Keep an eye out for red flags
Throughout the onboarding stage and KYC checks, you should be looking out for red flags. Red flags are warning signs which can alert you to the possibility of money laundering.
Red flags to look out for specific to a trust include:
- The trust is involved in a high-risk jurisdiction
- Complex company structures with no clear purpose
- The trust has a shell company in an offshore jurisdiction
However, it’s important to also look out for generic red flags too:
- Evasive or suspicious client behaviour
- The transaction involves prime real estate
- Unusual source of funds such as a gift, loan or cash transactions
- The client’s location in relation to your firm
- Foreign nationals that are not British residents
- A transaction that’s unusual for your firm
- An early repayment of a mortgage/loan
These red flags are not exhaustive, if you deem anything to be suspicious, and it doesn’t have reasonable explanation, you should do further investigation as part of your KYC and AML checks.
Based on the red flags you discover and the nature of the individuals and the trust, you will need to carry out enhanced due diligence. This means collating further evidence to be able to prove beyond reasonable doubt that the transaction is good to proceed.. For example, you might need to carry out additional checks if the trust has connections to high-risk jurisdictions or if there are concerns around the source of funds.
It is also important to keep accurate records that serve to evidence all your KYC checks when dealing with a trust. This will include details of the trust deed, the identity verification documents, and any other relevant information. These records should be kept for a minimum of five years, in line with AML regulations.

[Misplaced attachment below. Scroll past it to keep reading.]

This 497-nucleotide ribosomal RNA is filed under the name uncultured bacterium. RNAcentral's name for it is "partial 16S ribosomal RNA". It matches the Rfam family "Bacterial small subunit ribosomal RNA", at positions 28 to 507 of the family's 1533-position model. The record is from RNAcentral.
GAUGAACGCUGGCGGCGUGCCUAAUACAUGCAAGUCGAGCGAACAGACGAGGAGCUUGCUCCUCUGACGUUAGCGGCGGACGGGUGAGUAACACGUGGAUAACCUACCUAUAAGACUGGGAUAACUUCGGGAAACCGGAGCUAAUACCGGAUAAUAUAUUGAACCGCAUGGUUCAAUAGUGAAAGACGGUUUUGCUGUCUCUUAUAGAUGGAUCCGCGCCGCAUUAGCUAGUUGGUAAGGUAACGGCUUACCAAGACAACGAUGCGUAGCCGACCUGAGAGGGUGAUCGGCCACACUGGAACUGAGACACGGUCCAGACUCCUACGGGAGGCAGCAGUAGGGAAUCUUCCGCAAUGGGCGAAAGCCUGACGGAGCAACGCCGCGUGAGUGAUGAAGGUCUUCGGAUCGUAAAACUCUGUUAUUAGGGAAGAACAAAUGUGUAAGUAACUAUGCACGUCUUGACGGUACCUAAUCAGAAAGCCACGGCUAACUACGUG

Ongoing monitoring is the process of reviewing client and matter due diligence periodically throughout the course of your relationship. This is particularly important where a trust is involved due to the number of risk factors and complexities of the trust.
In conclusion, conducting thorough KYC and AML checks are incredibly important, not just when a trust is involved in a property transaction.
The separation of legal and beneficial ownership and complex company structures within trusts gives an opportunity for criminals to distance and disguise their connection with the property used for criminal purposes.It is essential to identify all parties involved in the trust, verify their identity, and look out for red flags to ensure compliance with AML regulations.
By following these steps, you can ensure that your conveyancing practice is fully compliant with KYC and AML regulations when dealing with trusts.
Veya is a Land Registry Title Register analysis and ID&V tool for conveyancers. Book a demo with us to learn more.